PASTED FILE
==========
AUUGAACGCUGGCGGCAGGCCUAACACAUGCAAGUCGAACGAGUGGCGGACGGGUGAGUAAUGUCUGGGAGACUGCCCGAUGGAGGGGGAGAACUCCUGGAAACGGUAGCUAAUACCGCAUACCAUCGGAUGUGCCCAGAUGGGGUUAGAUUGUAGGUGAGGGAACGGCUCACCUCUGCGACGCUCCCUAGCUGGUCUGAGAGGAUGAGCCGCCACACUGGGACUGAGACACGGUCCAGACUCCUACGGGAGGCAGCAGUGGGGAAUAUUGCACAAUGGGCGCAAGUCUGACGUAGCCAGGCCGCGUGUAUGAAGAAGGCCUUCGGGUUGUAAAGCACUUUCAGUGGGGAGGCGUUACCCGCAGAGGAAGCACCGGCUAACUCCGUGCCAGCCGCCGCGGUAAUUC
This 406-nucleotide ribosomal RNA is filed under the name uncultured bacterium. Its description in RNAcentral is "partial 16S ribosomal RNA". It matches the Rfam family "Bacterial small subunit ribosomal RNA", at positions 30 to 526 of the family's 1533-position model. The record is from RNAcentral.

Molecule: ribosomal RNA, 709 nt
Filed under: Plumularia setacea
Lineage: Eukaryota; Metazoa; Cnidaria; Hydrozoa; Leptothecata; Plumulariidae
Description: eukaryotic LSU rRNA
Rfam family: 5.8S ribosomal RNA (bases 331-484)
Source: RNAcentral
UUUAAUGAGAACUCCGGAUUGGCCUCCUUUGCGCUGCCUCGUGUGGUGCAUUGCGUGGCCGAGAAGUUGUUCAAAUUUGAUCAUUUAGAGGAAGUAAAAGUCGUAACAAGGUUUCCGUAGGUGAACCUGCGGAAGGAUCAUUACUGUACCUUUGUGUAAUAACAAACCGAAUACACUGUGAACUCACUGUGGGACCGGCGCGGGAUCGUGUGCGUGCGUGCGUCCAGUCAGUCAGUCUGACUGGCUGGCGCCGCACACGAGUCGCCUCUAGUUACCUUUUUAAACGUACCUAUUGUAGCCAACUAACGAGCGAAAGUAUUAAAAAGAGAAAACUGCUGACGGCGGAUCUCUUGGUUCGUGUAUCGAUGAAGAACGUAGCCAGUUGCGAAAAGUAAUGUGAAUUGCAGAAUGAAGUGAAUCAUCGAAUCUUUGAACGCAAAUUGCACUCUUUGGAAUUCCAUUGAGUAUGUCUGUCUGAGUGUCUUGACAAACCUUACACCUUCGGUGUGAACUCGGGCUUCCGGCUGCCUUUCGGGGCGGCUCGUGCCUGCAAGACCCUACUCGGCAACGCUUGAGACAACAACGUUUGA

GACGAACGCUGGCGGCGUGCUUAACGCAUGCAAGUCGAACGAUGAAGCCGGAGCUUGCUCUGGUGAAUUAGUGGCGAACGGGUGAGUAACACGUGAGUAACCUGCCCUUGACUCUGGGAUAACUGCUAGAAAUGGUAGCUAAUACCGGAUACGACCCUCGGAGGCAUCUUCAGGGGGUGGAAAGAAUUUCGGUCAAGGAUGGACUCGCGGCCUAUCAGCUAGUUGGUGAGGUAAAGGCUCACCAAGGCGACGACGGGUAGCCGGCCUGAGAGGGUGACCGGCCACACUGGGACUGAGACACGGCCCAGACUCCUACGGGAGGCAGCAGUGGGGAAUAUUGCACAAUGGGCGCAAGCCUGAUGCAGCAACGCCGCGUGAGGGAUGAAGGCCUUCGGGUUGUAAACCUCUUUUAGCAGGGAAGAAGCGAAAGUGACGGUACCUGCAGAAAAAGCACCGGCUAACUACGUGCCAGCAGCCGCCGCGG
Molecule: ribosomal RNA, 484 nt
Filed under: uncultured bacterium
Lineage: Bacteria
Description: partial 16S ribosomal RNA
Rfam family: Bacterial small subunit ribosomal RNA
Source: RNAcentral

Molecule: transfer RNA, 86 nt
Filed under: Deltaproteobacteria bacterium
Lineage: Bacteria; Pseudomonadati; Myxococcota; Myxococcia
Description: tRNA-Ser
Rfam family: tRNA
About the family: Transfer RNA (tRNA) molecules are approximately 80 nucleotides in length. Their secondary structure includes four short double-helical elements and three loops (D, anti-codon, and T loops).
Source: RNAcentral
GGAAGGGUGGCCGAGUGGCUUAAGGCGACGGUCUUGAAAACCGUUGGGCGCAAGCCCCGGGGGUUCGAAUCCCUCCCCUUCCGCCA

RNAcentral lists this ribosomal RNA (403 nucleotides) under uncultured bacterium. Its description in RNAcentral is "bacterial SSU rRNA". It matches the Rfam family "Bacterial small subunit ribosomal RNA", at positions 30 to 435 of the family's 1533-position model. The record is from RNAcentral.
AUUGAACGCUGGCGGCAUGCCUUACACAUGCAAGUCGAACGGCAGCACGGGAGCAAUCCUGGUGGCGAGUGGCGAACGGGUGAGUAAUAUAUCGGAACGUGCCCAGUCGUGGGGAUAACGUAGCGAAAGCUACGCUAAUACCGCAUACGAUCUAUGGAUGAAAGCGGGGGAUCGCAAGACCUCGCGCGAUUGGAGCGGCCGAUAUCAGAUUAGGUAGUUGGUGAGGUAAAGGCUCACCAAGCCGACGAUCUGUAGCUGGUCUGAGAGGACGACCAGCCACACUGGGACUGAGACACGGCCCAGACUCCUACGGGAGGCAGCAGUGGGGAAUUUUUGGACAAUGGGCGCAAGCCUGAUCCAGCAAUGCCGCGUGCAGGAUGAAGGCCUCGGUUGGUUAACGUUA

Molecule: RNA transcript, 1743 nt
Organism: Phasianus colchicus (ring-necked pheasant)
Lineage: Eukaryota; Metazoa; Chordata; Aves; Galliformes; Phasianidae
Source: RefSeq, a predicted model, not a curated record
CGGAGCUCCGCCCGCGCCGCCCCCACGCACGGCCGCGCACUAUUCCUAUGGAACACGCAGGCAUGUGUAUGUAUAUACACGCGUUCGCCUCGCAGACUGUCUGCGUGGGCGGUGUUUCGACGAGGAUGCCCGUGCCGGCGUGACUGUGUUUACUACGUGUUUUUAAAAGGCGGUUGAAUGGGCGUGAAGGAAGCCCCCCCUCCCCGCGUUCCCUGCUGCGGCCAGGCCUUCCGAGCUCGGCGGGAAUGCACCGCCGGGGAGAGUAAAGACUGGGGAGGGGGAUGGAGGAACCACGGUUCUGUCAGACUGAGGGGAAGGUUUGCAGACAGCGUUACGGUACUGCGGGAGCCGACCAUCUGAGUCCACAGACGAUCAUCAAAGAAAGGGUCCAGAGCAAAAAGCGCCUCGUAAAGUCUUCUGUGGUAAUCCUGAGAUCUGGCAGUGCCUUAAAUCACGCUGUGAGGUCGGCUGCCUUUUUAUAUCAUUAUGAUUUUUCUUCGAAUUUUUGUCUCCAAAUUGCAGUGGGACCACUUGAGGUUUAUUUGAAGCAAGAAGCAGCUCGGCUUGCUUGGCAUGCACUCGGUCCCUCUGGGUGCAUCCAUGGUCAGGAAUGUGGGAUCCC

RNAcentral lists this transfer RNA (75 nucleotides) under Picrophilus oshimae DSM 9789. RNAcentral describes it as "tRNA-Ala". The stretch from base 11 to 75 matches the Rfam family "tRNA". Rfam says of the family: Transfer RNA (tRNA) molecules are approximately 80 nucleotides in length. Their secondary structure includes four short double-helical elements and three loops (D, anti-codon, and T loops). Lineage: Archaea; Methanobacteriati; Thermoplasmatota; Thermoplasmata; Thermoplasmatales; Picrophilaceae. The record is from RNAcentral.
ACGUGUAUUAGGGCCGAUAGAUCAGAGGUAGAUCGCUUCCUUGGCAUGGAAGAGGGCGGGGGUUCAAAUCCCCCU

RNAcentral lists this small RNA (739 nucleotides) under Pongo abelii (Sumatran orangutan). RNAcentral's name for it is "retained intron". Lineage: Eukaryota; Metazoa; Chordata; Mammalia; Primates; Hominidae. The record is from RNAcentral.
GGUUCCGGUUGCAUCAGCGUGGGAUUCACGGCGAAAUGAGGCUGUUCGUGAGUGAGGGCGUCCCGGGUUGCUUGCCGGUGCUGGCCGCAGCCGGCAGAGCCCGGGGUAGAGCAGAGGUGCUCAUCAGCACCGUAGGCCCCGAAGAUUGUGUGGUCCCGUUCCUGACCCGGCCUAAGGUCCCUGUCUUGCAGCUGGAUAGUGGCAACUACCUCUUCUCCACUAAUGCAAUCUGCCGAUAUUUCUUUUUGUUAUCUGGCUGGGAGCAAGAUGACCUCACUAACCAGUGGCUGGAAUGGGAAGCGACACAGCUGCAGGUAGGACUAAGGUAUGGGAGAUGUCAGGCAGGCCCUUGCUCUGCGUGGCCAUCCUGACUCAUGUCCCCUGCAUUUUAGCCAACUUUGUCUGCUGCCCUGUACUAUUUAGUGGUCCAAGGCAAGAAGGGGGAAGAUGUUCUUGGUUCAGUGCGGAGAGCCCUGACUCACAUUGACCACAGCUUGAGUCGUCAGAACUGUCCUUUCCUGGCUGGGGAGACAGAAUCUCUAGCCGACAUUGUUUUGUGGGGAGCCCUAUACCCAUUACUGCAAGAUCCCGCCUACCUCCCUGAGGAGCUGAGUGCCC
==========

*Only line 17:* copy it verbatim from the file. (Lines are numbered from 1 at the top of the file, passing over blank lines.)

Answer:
Molecule: transfer RNA, 86 nt